Upon arriving in Kenya in 2009, computer engineer Joel Jackson noticed the grim condition of the country’s roads. Jackson had travelled to Africa with a non-profit organization in hopes of aiding local farmers raise their productivity, but his focus shifted to another purpose when he realized the dearth in transportation: He designed an affordable car, the Mobius, built by local welders and mechanics, and hoped to make the cars available for just $6,000.

“It became clear that the lack of appropriate transport affected many parts of rural Africa,” he told BBC.

Jackson decided to develop a practical solution to the issues of transportation in the region. The original model, the Mobius One, was built from scratch, and took almost a year to put together.

“It had a tubular steel frame and off-the-shelf parts. It looked like a dune buggy, took 10 months to build and cost $14,000 (£9,000),” Jackson said.

That model was enough to garner the attention of venture capitalists, who gave Jackson $500,000 towards further development of the Mobius. With the money Jackson was able to create his own company, Mobius Motors, and hire fellow engineers to assist with the creation of the Mobius Two. This time, the prototype took just three months to build, with a cost of $15,000.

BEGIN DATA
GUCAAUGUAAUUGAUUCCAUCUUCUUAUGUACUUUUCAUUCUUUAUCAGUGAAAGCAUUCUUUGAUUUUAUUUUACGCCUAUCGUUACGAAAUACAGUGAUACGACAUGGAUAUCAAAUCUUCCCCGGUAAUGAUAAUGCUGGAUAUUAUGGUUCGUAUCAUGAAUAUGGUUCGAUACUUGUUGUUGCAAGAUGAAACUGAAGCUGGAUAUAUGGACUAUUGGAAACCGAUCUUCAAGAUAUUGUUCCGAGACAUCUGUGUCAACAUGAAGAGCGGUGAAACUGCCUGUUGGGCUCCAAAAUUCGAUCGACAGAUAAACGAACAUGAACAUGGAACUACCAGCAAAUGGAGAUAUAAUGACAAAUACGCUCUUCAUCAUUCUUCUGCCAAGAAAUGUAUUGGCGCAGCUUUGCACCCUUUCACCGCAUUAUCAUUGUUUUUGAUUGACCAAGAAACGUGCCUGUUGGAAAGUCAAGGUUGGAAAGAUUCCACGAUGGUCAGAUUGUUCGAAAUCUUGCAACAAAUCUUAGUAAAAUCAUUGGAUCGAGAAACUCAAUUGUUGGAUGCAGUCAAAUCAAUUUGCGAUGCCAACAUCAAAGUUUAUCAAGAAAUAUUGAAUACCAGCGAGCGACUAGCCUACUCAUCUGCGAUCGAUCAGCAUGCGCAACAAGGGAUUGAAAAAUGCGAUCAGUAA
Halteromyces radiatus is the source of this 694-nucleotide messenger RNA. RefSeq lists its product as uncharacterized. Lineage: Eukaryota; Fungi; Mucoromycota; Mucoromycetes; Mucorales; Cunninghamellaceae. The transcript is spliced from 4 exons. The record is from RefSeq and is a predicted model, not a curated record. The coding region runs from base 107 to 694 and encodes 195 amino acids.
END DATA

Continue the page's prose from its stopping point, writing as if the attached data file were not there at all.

“We eliminated all non-essential features. The important thing was to make sure it was rugged and durable because African roads are highly degraded,” he said. “We drove it around Kenya and it performed well. When we drove it through Nairobi people routinely came up and asked where they could get one,” he said.

Jackson and Mobius are still targeting the car specifically for African markets, where even a four-year-old used car can sell for $8,000. Jackson hopes that the Mobius models will sell for as low as $6,000. Due to high shipping and custom costs in Kenya, off-road vehicles can cost upwards of $60,000. Mobius is expected to manufacture just around 50 of their model before the end of the year, but already have 15 pre-orders, with over 100 waiting down the line.

“Mobius has the chance to change the transport network in Africa. Access to transportation means access to education and health services and that is the social impact of the project,” Jackson said. “My ambition is for this to be the car for Africa and I’d like to see hundreds of thousands of them produced each year.”

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